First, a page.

34. Lin, Z.; Liu, N.; Lin, G.; Pan, X.; Peng, C. Stress-induced alteration of chlorophyll fluorescence polarization and spectrum in leaves of Alocasia macrorrhiza L. Schott. J. Fluoresc. 2007, 17, 663–669. [Google Scholar]
  35. Sun, Z.; Lee, H.; Matsubara, S.; Hope, A.B.; Pogson, B.J.; Hong, Y.; Chow, W.S. Photoprotection of residual functional photosystem II units that survive illumination in the absence of repair, and their critical role in subsequent recovery. Physiol. Plant 2006, 128, 415–424. [Google Scholar]
  36. Hendrickson, L.; Förster, B.; Pogson, B.J.; Chow, W.S. A simple chlorophyll fluorescence parameter that correlates with the rate coefficient of photoinactivation of photosystem II. Potosynth. Res. 2005, 84, 43–49. [Google Scholar]
  37. Campbell, D.; Hurry, V.; Clarke, A.K.; Gustafsson, P.; Öquist, G. Chlorophyll fluorescence analysis of cyanobacterial photosynthesis and acclimation. Microbiol. Mol. Biol. Rev. 1998, 68, 667–683. [Google Scholar]
  38. Buonasera, K.; Lambreva, M.; Rea, G.; Touloupakis, E.; Giardi, M.T. Technological applications of chlorophyll a fluorescence for the assessment of environmental pollutants. Anal. Bioanal. Chem. 2011, 40, 1139–1151. [Google Scholar]
  39. Björkman, O.; Demmig, B. Photon yield of O2 evolution and chlorophyll fluorescence characteristics at 77 K among vascular plants of diverse origins. Planta 1987, 170, 489–504. [Google Scholar]
  40. Govindjee. Sixty-three years since Kautsky: Chlorophyll a fluorescence. Aust. J. Plant Physiol. 1995, 22, 131–160. [Google Scholar]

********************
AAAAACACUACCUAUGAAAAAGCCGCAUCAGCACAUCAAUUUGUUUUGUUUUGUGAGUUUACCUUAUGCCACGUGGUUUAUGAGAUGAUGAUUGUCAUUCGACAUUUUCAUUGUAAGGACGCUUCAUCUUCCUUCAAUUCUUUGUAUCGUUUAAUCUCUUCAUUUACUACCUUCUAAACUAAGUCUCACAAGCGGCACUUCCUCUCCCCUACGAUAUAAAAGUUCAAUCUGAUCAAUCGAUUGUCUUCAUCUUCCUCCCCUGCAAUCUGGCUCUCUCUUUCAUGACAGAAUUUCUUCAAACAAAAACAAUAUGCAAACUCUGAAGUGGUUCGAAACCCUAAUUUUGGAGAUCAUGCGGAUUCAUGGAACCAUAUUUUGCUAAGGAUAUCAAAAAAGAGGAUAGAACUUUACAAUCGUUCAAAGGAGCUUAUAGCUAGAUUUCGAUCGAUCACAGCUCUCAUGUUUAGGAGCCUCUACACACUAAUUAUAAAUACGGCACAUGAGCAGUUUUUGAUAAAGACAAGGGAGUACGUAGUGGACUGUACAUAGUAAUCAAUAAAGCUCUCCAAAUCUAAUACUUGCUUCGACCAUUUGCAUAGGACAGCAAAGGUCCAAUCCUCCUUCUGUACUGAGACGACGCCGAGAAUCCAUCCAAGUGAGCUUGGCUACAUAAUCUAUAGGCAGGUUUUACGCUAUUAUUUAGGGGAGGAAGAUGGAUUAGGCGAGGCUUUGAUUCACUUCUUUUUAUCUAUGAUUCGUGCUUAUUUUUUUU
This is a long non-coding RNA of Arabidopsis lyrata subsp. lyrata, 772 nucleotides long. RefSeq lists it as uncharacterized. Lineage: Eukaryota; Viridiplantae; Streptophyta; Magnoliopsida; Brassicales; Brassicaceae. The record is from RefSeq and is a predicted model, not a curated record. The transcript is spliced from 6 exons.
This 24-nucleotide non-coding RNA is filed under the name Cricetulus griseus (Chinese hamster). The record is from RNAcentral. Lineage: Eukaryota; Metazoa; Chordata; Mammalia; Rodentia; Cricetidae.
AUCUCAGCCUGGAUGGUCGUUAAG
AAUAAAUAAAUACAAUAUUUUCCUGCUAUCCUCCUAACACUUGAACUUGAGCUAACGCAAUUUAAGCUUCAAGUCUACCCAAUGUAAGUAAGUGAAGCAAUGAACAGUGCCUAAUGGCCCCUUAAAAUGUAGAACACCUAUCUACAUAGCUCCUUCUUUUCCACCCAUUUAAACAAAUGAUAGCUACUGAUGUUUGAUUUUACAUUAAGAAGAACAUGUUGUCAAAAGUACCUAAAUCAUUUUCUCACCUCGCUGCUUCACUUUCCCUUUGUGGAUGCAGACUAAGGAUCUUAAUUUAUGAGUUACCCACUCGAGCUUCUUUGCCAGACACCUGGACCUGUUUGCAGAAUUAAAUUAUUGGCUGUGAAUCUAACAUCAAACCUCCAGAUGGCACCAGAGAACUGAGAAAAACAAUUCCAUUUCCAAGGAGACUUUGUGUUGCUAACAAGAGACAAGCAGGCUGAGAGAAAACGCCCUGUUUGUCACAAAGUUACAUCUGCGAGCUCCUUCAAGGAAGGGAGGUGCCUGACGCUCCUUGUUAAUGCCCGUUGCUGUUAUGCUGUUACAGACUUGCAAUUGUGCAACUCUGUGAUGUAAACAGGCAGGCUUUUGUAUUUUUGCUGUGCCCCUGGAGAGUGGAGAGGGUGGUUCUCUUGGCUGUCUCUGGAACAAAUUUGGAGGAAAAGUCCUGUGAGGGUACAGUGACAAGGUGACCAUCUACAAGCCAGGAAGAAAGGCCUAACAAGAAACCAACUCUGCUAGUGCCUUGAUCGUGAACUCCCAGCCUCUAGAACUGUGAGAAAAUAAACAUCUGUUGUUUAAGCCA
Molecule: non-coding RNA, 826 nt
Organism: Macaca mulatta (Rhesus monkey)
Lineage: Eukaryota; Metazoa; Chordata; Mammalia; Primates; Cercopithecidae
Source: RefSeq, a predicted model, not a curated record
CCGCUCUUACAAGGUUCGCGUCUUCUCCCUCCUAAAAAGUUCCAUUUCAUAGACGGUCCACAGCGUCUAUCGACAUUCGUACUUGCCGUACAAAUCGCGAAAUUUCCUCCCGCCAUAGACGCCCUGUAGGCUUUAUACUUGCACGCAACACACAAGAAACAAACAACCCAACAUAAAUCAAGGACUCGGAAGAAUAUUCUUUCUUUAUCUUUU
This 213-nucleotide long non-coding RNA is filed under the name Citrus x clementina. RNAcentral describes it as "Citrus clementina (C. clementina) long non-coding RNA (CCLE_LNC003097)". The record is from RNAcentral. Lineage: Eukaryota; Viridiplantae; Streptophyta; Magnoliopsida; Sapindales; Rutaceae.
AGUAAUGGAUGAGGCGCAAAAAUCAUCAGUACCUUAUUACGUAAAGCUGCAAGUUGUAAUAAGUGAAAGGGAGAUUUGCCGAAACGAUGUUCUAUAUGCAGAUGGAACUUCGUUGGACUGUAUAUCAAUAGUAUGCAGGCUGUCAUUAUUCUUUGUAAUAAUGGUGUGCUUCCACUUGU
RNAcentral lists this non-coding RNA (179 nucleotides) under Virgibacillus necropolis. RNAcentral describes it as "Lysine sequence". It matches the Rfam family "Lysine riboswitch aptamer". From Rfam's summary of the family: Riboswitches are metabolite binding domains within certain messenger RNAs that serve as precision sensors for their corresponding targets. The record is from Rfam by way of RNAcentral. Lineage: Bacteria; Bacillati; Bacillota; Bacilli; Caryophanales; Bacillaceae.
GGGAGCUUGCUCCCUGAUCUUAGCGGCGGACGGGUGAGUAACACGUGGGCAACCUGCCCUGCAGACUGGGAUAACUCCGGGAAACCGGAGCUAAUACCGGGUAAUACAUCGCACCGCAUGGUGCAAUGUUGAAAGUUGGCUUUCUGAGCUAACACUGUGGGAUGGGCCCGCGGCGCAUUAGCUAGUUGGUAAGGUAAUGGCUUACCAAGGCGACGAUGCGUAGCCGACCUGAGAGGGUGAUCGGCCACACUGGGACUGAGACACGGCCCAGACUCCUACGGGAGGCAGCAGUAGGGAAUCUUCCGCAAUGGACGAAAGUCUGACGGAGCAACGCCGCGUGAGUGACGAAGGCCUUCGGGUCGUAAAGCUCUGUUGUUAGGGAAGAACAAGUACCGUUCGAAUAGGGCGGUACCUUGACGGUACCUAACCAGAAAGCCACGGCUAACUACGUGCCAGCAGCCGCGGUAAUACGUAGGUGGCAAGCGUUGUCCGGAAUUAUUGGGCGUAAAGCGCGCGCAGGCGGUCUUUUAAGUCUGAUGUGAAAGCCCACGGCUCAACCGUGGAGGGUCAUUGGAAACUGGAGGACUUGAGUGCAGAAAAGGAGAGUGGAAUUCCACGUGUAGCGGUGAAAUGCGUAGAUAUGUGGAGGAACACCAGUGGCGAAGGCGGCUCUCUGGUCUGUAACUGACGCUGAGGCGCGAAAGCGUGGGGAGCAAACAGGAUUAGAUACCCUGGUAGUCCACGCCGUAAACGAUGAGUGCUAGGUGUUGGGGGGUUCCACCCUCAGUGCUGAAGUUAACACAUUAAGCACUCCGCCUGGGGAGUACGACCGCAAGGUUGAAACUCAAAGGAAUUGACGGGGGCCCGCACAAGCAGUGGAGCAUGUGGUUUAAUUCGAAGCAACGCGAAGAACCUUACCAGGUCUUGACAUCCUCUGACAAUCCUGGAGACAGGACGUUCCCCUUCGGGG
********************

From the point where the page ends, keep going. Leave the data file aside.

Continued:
41. Govindjee. Chlorophyll A Fluorescence: A Bit of Basics and History. In Chlorophyll a Fluorescence A Signature of Photosynthesis; Springer: Berlin, Germany, 2004; Volume 19, pp. 1–42. [Google Scholar]
  42. Krause, G.H.; Jahns, P. Non-Photochemical Energy Dissipation Determined by Chlorophyll Fluorescence Quenching: Characterization and Function. In Chlorophyll a Fluorescence: A Signature of Photosynthesis (Advances in Photosynthesis and Respiration); Papageorgiou, G.C., Govindjee, Eds.; Springer: Berlin, Germany, 2004; pp. 463–495. [Google Scholar]
  43. Bilger, W.; Schreiber, U. Energy-dependent quenching of dark level chlorophyll fluorescence in intact leaves. Photosynth. Res. 1986, 10, 303–308. [Google Scholar]
  44. Bilger, W.; Björkman, O. Role of the xanthophyll cycle in photoprotection elucidated by measurements of light-induced absorbance changes, fluorescence and photosynthesis in leaves of Hedera canariensis. Photosynth. Res. 1990, 25, 173–185. [Google Scholar]
  45. Bürling, K.; Hunsche, M.; Noga, G. Use of blue-green and chlorophyll fluorescence measurements for differentiation between nitrogen deficiency and pathogen infection in winter wheat. J. Plant Physiol. 2011, 168, 1641–1648. [Google Scholar]
  46. Hunsche, M.; Bürling, K.; Noga, G. Spectral and time-resolved fluorescence signature of four weed species as affected by selected herbicides. Pestic. Biochem. Phys. 2011, 101, 39–47. [Google Scholar]
  47. Zhang, Y.; Liu, L.; Hou, M.; Liu, L.; Li, C. Progress in remote sensing of vegetation chlorophyll fluorescence. J. Remote Sens. 2009, 13, 971–978. [Google Scholar]
  48. Xing, X.; Zhao, D.; Liu, Y.; Yang, J.; Xiu, P.; Wang, L. An overview of remote sensing of chlorophyll fluorescence. Ocean Sci. J. 2007, 42, 49–59. [Google Scholar]
  49. Zarco-Tejada, P.J.; González-Dugo, V.; Berni, J.A.J. Fluorescence, temperature and narrow-band indices acquired from a UAV platform for water stress detection using a micro-hyperspectral imager and a thermal camera. Remote Sens. Environ. 2012, 117, 322–337. [Google Scholar]